3. Vectors play an important role in physics: velocity and acceleration of a moving object and forces acting on a body are all described by vectors.

Vector Quantity

  1. Angular frequency is the magnitude of the vector quantity angular velocity.
  2. Equation (4) gives the magnitude of the angular velocity vector.
  3. The angular velocity in this case is generally thought of as a vector, or more precisely, a pseudovector.

Group Velocity

  1. The group velocity is often thought of as the velocity at which energy or information is conveyed along a wave.
  2. If ω is directly proportional to k, then the group velocity is exactly equal to the phase velocity.
  3. Each frequency component propagates at its own phase velocity, while the energy of the disturbance propagates at the group velocity.
  4. In particular, the energy travels at the group velocity rather than the phase velocity.

Linear Momentum

  1. Notice that twice the areal velocity times mass equals angular momentum, just as linear velocity times mass is linear momentum, i.e.
  2. Examples of vectors include displacement, velocity, electric field, momentum, force, and acceleration.
  3. The momentum of the ball is clearly not conserved since it's change in momentum is 2mv if it rebounds with the same velocity.
  4. Last check: 2007-10-07) The linear momentum of an objext of mass M, moving with a velocity of V is defined as the product of the mass and the velocity.

Angular Speed

  1. Angular acceleration is the rate of change of angular velocity over time.
  2. The magnitude of the angular velocity is the angular speed (or angular frequency) and is denoted by ω.
  3. The velocity of an object is simply its speed in a particular direction.
  4. The angular velocity of a particle in a 2-dimensional plane is the easiest to understand.
  5. Angular velocity is usually represented by the symbol omega ( -- or --). The angular speed is denoted by --.

Reference Point

  1. Areal velocity depends on a reference point: the origin of the coordinate system of the position vector, which is a function of time.
  2. This angular velocity is the "spin" angular velocity of the rigid body as opposed to the angular velocity of the reference point O' about the origin O.
  3. The angular velocity of the reference point about the origin of the lab frame will, however, depend on these choices of coordinate system.


  1. With changing velocity, accelerated objects exist in warped space (as do those that reside in a gravitational field).
  2. Remind students what the term escape velocity means: the velocity needed to escape a planet's gravitational pull.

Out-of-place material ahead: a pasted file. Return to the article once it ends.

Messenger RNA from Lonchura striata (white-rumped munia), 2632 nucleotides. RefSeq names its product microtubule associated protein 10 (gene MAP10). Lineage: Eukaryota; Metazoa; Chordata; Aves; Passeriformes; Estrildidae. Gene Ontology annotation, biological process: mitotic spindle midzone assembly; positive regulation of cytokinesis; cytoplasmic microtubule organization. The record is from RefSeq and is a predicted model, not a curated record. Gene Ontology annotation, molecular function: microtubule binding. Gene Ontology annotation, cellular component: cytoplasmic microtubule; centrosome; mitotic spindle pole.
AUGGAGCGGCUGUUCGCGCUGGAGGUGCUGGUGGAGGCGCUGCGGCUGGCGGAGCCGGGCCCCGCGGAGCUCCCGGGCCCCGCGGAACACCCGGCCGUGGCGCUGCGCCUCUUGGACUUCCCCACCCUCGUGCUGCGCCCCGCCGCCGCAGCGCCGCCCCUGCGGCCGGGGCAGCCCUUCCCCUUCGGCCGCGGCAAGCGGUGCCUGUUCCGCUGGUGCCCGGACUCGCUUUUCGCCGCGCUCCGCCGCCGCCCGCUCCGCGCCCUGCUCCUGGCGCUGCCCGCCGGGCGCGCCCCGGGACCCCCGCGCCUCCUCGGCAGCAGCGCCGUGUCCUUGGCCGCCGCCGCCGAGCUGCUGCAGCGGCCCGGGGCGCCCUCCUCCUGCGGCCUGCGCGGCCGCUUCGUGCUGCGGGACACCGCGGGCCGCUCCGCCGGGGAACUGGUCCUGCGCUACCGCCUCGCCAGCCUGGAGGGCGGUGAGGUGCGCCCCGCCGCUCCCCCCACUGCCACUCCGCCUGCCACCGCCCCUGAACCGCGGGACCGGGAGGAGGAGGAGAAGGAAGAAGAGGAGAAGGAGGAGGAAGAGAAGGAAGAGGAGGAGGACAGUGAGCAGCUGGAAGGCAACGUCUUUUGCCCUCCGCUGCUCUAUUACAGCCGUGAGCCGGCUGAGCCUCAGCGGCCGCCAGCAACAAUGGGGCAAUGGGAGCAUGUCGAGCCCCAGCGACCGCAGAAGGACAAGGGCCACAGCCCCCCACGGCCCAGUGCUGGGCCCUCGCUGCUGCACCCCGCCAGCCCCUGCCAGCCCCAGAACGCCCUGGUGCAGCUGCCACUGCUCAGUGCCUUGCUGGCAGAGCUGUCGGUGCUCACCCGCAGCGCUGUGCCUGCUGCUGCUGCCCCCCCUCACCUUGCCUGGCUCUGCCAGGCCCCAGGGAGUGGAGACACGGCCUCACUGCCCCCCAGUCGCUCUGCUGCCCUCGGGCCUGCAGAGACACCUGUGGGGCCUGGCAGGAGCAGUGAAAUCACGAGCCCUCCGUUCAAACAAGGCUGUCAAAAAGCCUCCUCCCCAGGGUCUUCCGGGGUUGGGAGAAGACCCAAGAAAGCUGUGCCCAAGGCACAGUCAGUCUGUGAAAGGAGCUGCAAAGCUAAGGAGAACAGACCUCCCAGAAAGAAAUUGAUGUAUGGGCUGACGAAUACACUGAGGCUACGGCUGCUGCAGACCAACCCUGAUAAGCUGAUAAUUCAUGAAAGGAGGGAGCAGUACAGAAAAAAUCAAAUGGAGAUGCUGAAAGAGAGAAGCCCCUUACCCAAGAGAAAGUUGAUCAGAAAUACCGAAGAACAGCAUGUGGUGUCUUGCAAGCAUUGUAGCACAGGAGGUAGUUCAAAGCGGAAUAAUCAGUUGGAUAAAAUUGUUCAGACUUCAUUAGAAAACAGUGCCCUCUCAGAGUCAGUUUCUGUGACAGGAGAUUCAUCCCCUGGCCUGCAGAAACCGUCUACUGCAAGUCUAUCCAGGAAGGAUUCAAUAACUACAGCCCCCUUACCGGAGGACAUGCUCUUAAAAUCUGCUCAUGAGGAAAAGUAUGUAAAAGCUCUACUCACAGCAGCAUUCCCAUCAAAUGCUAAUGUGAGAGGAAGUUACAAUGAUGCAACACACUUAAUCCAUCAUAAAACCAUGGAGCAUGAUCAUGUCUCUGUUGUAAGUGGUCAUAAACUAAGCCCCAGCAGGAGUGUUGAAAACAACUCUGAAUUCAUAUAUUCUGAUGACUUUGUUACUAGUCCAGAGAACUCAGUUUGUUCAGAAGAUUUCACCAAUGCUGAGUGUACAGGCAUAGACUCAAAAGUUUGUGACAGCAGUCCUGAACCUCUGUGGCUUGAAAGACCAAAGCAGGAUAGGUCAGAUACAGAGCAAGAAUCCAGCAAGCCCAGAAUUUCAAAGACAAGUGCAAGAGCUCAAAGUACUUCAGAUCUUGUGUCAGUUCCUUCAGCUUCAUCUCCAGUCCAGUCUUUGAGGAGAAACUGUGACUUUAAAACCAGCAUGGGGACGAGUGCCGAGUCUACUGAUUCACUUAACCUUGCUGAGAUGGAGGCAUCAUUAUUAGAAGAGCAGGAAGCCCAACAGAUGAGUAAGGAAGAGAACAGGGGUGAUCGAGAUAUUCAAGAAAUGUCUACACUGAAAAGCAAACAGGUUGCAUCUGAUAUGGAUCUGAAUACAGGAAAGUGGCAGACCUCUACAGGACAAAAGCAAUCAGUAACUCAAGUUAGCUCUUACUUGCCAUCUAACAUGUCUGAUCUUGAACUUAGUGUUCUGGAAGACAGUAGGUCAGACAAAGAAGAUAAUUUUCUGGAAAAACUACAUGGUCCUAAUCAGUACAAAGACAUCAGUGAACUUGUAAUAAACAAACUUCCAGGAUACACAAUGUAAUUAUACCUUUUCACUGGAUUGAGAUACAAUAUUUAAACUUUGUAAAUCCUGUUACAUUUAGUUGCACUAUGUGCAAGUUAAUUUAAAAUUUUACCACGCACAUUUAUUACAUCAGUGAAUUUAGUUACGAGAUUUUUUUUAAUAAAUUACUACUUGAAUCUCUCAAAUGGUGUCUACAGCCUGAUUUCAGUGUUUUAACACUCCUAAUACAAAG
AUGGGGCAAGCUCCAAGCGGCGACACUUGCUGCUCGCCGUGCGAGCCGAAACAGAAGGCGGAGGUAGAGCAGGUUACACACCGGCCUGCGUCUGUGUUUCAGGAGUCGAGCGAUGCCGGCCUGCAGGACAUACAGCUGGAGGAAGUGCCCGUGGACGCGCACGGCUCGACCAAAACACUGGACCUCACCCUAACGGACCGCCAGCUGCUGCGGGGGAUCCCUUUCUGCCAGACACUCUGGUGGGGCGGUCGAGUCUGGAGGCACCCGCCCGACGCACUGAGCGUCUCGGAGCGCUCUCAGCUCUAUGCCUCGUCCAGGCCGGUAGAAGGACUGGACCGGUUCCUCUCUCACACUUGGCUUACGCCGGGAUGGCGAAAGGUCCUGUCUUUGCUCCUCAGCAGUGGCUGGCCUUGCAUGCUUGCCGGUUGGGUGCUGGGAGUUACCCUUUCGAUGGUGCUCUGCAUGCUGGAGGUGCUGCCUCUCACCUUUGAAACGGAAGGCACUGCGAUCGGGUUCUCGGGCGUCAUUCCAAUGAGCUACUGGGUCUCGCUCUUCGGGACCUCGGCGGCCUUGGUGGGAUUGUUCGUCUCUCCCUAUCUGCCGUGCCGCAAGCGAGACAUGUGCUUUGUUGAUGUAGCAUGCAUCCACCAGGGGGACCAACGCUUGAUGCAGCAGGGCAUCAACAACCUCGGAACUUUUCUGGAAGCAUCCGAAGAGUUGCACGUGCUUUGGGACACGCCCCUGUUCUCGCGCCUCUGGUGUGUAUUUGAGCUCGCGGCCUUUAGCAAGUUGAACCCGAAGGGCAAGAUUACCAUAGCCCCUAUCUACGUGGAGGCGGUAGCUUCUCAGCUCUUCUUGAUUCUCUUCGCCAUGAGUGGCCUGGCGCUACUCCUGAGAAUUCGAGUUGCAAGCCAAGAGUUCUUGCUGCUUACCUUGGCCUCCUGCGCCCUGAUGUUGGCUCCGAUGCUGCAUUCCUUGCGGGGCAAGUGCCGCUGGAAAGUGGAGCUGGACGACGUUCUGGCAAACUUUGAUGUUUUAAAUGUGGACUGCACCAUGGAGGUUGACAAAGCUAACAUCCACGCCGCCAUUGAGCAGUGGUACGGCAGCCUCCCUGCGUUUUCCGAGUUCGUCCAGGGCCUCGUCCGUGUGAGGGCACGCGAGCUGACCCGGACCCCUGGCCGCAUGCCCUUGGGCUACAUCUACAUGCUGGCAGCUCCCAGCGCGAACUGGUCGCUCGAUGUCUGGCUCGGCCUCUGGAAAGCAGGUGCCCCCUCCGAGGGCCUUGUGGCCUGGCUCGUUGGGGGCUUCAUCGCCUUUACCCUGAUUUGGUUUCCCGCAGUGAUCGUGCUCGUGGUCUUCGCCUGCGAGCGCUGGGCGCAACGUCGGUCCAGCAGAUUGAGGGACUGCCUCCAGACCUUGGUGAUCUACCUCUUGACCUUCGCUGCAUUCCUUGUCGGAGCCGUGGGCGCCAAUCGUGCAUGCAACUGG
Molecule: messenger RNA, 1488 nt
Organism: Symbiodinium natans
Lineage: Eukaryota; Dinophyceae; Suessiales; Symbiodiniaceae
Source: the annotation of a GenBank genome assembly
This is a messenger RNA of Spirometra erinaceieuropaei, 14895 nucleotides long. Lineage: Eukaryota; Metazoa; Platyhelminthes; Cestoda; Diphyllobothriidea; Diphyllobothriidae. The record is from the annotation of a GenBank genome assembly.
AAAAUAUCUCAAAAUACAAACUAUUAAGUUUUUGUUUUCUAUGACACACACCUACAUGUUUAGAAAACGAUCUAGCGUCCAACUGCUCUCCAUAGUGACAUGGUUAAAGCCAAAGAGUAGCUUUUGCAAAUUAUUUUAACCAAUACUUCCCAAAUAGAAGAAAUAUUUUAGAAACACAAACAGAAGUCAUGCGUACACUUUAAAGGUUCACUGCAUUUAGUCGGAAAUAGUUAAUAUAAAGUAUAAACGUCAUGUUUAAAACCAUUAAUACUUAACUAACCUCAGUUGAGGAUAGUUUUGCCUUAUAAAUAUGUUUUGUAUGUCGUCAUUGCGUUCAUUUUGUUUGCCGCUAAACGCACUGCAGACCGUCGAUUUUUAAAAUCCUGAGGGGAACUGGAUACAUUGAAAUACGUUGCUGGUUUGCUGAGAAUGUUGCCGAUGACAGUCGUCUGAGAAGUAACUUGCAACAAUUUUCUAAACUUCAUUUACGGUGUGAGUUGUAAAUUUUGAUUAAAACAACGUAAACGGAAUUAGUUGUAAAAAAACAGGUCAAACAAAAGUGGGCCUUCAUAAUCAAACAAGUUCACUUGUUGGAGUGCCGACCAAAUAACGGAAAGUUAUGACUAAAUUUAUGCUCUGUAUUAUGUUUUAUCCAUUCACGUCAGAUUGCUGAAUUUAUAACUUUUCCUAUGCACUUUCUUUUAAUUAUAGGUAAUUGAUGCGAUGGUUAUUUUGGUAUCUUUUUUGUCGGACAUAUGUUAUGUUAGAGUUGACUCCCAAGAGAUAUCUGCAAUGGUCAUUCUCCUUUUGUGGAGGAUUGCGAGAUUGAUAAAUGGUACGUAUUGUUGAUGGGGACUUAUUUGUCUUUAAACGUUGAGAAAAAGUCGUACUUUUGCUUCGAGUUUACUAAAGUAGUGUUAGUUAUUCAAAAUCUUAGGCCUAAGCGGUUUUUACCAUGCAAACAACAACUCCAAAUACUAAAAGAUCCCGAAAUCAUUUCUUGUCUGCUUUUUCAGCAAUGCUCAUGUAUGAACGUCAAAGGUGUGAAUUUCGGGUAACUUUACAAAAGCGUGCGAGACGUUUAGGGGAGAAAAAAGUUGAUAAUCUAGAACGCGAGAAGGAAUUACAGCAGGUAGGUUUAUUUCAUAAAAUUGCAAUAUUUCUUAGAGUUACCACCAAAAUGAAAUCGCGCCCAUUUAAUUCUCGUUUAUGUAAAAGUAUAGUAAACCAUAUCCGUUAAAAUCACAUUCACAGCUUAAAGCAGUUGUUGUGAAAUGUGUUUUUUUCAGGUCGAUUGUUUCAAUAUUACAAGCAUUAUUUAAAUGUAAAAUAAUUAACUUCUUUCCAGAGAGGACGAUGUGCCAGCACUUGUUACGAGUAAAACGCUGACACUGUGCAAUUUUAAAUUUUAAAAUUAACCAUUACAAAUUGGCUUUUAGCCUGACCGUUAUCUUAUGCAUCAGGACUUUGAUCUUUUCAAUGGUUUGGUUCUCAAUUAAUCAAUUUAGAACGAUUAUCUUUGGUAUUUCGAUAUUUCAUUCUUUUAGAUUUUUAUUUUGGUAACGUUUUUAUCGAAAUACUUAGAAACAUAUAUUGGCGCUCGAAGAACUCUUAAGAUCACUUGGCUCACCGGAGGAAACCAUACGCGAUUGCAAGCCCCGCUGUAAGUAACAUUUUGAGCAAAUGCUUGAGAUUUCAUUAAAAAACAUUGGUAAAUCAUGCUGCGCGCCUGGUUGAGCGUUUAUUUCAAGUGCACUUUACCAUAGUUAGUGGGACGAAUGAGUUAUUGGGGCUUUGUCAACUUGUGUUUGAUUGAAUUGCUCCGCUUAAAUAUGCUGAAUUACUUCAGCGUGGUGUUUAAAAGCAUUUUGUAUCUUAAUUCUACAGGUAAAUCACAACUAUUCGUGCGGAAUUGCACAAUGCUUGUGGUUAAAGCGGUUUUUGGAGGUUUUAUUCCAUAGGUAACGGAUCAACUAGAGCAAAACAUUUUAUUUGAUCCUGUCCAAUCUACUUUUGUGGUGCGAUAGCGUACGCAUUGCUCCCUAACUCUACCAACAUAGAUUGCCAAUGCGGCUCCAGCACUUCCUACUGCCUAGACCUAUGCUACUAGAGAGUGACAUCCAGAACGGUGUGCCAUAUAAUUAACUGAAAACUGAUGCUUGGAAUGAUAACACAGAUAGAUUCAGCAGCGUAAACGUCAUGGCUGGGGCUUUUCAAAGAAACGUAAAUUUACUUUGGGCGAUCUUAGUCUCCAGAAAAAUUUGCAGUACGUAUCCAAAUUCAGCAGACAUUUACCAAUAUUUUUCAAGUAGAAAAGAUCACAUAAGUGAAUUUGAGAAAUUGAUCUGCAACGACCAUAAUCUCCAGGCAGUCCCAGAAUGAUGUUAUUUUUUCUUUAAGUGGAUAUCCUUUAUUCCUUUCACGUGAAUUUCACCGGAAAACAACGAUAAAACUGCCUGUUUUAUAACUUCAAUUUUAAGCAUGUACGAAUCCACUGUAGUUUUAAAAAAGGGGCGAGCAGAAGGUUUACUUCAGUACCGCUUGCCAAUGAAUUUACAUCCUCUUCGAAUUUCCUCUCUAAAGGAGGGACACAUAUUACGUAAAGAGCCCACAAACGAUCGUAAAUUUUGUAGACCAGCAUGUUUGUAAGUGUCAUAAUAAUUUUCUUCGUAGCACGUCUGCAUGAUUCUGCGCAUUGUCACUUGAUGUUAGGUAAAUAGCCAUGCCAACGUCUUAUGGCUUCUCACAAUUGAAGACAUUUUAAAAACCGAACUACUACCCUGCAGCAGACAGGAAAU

3. Where m is the mass of the object, M mass of the earth, G is the gravitational constant, R is the radius of the earth, and v is the escape velocity.

Average Velocity

  1. It is customary to introduce the concept of velocity by first defining average velocity as displacement divided by time.
  2. The average velocity of an object undergoing constant acceleration is , where u is the initial velocity and v is the final velocity.
  3. The average velocity increases rapidly in the first twenty yards.

Relative Velocity

  1. In Newtonian mechanics, the relative velocity is independent of the chosen inertial reference frame.
  2. The stability criterion for viscous potential flow is expressed by a critical value of the relative velocity.

Constant Velocity

  1. Explain. Draw a graph of a constant velocity line.
  2. A marble sinks through a jar of honey at constant velocity.
  3. Explain. We know the net force on a car moving at constant velocity is zero.

Per Second

  1. The SI unit of angular velocity is radians per second, although it may be measured in other units such as degrees per second, degrees per hour, etc.
  2. Q is the charge in coulombs, and v is the velocity of that charge in metres per second.
  3. On the surface of the Earth the escape velocity is about 11.2 kilometres per second.

Classical Mechanics

  1. In classical mechanics, momentum (traditionally written as p) is defined as the product of mass and velocity.
  2. Classical mechanics is enhanced by special relativity for objects moving with high velocity, approaching the speed of light.


  1. The term "acceleration" generally refers to the rate of change in instantaneous velocity.
  2. The instantaneous velocity field in the viscous liquid is assumed to be irrotational.


  1. Viscous forces in a fluid are a function of the rate at which the fluid velocity is changing over distance.
  2. For small amplitudes, sound pressure and particle velocity are linearly related and their ratio is the acoustic impedance.
  3. To accelerate an object is to change its velocity over a period of time.
  4. The escape velocity from the surface of a rotating body depends on direction in which the escaping body travels.
  5. Isaac Newton's analysis of escape velocity.


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  Originally created: June 24, 2008.